The United States Rainbow

The Rainbow Coalition reached out to Royal Rosamond’s Appalachian People. I made a good choice when I made David Hanson my heir. He named his son after Malcom X who inspired the formation of the Black Panthers. I posted this and four more posts on a Black Panther facebook page. Bob Lee is named after my kin, Robert E. Lee. This is more than a coincidence.

John Presco

This is the most shocking video I have ever seen. When Robert E. Lee puts his hand on the shoulders of the Appalachian Rednecks, you can feel I great line has been crossed. You can feel hundreds of years of tension that screams “THIS ISN’T RIGHT!” But, then the other question sinks in. “Why isn’t this right?” We have to stop fueling the DIVIDE our President wants us to OWN. He does not want us to be IN THE SAME BOAT due to COVID-19. We are being rendered POOR. I am kin to Lee. My grandfather wrote books on the Hillbilly people. I am the historian on the real Rednecks. My kin, Senator Thomas Hart Benton’s name was removed from a college building. He sent thousands of Scot-Irish to the Oregon Territory along the Oregon Trail he had his son-in-law blaze. John Fremont was the first to free black slaves in order to keep Missouri from becoming a Confederate State. This video is prophetic. We are here!

This is why those white men are listening to Bob Lee. They know their heritage, their family history, while fake Rednecks are believing they are supremist and racists. The Red Coats treated the Scot-Irish as inferior people. The Scot-Iris did most of the fighting in the War of Independence because they hated the British for 400 years and knew how to use weapons to fight them.


Rainbow Coalition (Fred Hampton)

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The Rainbow Coalition was a multicultural movement founded April 4, 1969 in ChicagoIllinois by Fred Hampton of the Black Panther Party, along with William “Preacherman” Fesperman of the Young Patriots Organization and Jose Cha Cha Jimenez founder of the Young Lords. It was the first of several 20th century Black-led organizations to use the “rainbow coalition” concept.[1]

Some members of the Young Patriots included Jack (Junebug) Boykin, Bobby Joe Mcginnis and Hy Thurman who worked with Field Marshall Bobby Lee of the Black Panthers. The founder of coalition Fred Hampton, first met Jose Cha Cha Jimenez of the Young Lords in Chicago’s Lincoln Park neighborhood the day after the Young Lords were in the news, after they had occupied the police community workshop meeting of the 18th District Police Station. Fred Hampton was arrested twice in February 1969 with Jose Cha Cha Jimenez at the Wicker Park Welfare Office. Both were charged with Mob Action during peaceful pickets of the welfare office protesting mistreatment of the patrons.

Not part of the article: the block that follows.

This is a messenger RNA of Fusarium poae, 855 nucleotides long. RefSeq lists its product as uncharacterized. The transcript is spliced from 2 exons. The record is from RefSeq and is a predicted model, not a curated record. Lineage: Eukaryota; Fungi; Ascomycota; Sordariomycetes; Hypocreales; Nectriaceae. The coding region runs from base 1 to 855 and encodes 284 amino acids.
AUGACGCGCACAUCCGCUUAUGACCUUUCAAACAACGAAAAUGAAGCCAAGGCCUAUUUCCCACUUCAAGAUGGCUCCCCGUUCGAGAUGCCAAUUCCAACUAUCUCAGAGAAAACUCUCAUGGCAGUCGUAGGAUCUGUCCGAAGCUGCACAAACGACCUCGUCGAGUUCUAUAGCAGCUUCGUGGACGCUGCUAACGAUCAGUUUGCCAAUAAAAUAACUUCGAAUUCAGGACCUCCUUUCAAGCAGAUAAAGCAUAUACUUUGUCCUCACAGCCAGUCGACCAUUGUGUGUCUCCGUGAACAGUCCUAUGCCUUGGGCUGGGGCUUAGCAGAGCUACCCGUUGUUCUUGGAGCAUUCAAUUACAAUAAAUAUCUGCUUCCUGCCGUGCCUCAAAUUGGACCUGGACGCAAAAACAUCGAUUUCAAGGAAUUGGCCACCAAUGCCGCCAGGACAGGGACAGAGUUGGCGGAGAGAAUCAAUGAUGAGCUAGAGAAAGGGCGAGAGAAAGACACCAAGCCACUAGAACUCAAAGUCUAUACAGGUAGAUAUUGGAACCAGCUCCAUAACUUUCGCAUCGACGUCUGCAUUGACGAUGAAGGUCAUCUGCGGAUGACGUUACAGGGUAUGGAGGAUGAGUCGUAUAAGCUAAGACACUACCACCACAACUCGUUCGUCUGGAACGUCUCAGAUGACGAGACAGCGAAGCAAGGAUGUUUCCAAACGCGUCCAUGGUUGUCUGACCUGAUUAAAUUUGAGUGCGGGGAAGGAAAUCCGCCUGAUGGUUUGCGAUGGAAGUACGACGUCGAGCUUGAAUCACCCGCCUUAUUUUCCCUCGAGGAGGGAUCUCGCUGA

The Rainbow Coalition soon included various radical socialist community groups like the Lincoln Park Poor People’s Coalition,[2] Later, the coalition was joined nationwide by the Students for a Democratic Society (“SDS”), the Brown Berets, the American Indian Movement and the Red Guard Party. In April 1969, Hampton called several press conferences to announce that this “Rainbow Coalition” had formed.

The coalition later included many other local groups like Rising Up Angry, and Mothers and Others. The Coalition also brokered treaties to end crime and gang violence. Hampton, Jimenez and their colleagues believed that the Richard J. Daley Democratic Party machine in Chicago used gang wars to consolidate their own political positions by gaining funding for law enforcement and dramatizing crime rather than underlying social issues[citation needed].

The phrase “rainbow coalition” was co-opted over the years by Reverend Jesse Jackson, who eventually appropriated the name in forming his own, more moderate coalition, Rainbow/PUSH. Some scholars, including Peniel Joseph, assert that the original rainbow coalition concept was a prerequisite for the multicultural coalition that Barack Obama built his political career upon.[3]

Bob Lee, a key member of the Illinois Chapter of the Black Panther Party (ILBPP), founder of the original Rainbow Coalition in Chicago, and self-described lifelong community organizer, passed away Tuesday March 21, 2017 after a battle with cancer. He was seventy-four years old. He leaves behind his wife Faiza, two brothers, a son, and a long list of activists and organizers influenced by his dedication to the poor and underserved.